|About the Book|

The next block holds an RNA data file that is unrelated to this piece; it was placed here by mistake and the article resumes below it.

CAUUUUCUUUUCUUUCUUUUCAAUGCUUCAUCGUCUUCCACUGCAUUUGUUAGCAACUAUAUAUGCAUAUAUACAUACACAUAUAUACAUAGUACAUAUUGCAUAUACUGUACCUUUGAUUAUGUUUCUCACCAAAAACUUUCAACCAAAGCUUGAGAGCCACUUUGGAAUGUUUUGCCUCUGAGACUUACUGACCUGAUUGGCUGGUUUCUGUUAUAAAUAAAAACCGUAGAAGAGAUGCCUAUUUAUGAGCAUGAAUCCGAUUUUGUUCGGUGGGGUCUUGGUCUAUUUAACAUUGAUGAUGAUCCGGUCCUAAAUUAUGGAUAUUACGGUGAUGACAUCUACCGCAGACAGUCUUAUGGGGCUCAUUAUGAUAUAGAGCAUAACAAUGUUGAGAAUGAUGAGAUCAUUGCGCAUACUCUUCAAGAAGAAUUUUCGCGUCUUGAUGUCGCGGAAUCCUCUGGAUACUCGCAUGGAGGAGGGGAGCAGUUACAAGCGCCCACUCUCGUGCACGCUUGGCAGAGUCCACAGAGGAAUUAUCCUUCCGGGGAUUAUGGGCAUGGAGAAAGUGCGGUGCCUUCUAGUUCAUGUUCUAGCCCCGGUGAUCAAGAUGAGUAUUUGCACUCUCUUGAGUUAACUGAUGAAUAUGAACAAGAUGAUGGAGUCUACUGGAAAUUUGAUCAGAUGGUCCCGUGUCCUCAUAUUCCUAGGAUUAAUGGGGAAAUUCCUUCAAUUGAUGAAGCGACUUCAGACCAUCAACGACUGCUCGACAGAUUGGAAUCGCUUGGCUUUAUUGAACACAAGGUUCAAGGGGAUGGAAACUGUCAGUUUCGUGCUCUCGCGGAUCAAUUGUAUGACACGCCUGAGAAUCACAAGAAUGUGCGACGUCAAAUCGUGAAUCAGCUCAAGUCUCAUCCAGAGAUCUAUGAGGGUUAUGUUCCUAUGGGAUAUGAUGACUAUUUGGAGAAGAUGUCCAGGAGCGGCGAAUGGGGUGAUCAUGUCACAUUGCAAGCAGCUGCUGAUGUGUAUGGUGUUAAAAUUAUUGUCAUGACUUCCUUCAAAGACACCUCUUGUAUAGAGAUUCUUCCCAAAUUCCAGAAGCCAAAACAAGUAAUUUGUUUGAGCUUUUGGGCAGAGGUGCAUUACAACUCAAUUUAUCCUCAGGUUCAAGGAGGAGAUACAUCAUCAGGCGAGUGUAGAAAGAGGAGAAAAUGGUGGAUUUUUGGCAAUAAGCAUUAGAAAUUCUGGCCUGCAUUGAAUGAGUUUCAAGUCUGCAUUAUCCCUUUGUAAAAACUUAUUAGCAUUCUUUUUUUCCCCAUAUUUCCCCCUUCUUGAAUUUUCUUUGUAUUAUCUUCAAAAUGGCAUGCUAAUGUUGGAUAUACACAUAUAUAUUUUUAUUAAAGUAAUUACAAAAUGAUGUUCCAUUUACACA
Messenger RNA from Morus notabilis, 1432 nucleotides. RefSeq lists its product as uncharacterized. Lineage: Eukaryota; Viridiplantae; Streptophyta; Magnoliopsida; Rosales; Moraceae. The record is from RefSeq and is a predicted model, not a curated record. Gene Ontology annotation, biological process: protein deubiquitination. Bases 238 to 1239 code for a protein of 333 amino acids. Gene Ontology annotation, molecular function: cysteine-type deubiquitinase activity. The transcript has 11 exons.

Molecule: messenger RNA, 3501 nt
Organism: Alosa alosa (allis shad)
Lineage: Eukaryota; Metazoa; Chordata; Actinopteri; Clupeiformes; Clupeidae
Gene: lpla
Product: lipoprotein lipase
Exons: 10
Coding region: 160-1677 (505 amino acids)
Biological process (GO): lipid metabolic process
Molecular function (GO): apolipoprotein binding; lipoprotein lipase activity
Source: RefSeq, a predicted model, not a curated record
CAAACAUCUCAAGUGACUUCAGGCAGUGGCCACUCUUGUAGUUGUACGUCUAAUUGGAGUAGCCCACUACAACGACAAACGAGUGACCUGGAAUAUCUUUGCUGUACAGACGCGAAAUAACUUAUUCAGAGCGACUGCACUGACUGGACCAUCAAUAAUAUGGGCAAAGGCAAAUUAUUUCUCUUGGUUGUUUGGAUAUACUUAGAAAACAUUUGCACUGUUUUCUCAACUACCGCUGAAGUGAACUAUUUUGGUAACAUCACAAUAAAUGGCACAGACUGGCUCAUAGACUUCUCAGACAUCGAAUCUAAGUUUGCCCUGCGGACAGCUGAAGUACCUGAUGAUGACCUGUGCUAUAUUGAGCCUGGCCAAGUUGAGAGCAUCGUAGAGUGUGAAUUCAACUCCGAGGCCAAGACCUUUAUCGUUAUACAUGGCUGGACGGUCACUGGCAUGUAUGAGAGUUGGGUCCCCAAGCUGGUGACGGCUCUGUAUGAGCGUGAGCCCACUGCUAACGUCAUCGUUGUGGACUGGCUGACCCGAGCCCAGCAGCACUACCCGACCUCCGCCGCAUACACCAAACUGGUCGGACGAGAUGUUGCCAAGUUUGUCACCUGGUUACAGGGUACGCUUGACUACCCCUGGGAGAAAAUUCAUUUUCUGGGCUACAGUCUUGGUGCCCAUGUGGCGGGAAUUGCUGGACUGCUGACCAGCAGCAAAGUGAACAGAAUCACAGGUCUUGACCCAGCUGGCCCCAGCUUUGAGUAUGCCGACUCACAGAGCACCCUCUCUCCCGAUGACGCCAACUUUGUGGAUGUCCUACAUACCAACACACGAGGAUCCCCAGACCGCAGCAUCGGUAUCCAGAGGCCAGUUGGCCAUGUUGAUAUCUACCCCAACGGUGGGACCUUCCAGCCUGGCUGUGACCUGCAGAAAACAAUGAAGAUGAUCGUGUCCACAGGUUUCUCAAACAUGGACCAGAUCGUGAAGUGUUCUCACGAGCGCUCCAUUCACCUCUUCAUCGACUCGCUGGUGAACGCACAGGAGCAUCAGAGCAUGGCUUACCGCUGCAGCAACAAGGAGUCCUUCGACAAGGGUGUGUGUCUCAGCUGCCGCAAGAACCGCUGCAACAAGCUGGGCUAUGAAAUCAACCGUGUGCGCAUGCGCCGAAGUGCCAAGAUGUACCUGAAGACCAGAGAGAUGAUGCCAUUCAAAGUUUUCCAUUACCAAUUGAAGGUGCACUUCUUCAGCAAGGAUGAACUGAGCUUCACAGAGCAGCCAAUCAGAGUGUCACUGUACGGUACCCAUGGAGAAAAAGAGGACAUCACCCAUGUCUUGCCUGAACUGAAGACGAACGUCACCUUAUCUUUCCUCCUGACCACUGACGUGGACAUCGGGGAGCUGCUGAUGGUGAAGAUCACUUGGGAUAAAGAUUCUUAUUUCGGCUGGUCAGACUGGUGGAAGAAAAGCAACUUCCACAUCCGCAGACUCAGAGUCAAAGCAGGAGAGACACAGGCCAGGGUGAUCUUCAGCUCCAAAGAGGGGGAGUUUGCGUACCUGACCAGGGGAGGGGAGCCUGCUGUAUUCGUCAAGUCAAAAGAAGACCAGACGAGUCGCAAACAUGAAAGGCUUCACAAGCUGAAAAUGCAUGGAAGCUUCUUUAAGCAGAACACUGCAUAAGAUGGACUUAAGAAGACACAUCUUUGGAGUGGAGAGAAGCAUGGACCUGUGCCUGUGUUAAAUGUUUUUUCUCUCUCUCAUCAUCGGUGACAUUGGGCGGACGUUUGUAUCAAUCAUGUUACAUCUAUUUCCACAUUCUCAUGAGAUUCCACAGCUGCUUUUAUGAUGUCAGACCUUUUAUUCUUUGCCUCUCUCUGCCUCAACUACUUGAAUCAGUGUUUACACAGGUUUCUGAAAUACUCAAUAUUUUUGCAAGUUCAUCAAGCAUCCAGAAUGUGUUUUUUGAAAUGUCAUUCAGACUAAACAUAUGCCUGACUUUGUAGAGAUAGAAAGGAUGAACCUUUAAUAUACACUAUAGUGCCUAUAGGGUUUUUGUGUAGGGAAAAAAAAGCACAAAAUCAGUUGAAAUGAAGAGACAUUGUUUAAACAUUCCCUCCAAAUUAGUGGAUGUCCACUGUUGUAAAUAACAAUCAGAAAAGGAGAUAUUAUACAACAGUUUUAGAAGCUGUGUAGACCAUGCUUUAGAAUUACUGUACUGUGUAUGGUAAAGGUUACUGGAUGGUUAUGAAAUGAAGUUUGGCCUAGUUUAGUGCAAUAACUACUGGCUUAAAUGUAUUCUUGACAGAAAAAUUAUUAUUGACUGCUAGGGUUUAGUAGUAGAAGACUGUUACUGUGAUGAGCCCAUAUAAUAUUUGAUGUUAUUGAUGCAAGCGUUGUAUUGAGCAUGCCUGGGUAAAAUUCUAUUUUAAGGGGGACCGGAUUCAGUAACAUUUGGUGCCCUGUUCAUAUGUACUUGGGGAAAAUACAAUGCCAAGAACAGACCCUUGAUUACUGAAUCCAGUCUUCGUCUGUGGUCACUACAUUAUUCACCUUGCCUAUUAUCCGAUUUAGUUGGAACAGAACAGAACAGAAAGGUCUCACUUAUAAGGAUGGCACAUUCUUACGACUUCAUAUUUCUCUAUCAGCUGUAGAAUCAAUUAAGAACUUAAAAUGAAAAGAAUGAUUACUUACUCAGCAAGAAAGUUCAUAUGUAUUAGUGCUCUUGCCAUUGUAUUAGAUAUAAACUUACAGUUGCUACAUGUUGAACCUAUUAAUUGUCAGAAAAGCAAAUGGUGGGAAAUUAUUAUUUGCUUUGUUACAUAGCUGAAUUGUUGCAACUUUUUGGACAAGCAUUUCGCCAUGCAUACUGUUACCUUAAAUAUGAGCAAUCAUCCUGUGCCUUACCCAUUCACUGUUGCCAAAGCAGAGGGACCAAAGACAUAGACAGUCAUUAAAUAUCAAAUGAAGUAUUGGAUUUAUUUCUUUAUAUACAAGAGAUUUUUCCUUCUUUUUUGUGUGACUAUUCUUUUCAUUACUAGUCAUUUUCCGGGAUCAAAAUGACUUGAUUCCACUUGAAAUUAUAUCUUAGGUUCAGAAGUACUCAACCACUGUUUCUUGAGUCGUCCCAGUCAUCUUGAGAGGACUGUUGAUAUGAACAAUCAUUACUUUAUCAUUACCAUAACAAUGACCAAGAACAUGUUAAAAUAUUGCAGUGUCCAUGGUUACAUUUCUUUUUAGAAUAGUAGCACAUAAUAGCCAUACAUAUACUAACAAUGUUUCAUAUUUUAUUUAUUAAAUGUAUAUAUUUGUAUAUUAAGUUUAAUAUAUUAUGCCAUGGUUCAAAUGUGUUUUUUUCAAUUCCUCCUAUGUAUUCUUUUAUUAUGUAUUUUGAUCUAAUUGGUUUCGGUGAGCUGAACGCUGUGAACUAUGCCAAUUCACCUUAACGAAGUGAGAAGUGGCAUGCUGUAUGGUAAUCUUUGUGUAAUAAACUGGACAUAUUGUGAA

Throughout history cities have been locations of human encounter. Equally they have been contexts for the trade of goods and services, for the evolution of various forms of urban space, and for the production, development, and enrichment of culture and technology. Many cities grew up along shorelines, which themselves constitute some of the globes most important cultural boundaries. For above all else, it is water that has separated but also connected different communities, races, religions and nations, down through recorded time. With the rapid advance in technologies of communication, encounters between cultures have multiplied at a rate that no individual can follow or control. The present book constitutes a space of memory in its own right, one of its chief raisons detre being that a group of diverse scholars herein maps certain key encounters between peoples, past as well as present, and the urgent issues generated in consequence. No one person could have traced such diversity and made sense of it, whereas a scholarly grouping of persons reporting on phenomena from around the world, such as is provided here, offers its readers a vision of global change and development. With the twentieth and twenty-first centuries a new set of mega-cities in Asia, Africa, and Latin America has emerged to challenge the primacy of European and North American metropolitan centres. This expanded landscape is here interpreted with special attention, as already mentioned, to cities located at coastlines, hence (generally speaking) more exposed to globalizing trends. Migrants, exiles and refugees, ethnic and racial minorities, as well as alternative or countercultural groupings continue to complicate the ways in which cities articulate their now pluralized identities, in terms of (and by means of) literature, history, architecture, social events, and other forms of artistic and cultural production. The international scholars whose work is assembled in these pages are well placed to engage with the intersecting themes and issues of the volume. Contributors have mapped different examples from Homeric narrative, through Renaissance drama and its representation of crossways of culture such as Rhodes and Malta, to an earlier time in the development of a New World city such as Boston: others look at the twentieth and twenty-first centuries complexity of great world cities and of oceanic migration or trade between them. Shanghai, Singapore, London, Detroit, Shantou, Macau, and Saigon are some that are dealt with in detail. Emphasis falls on both the historical reality of those contexts as well as how they have been culturally represented.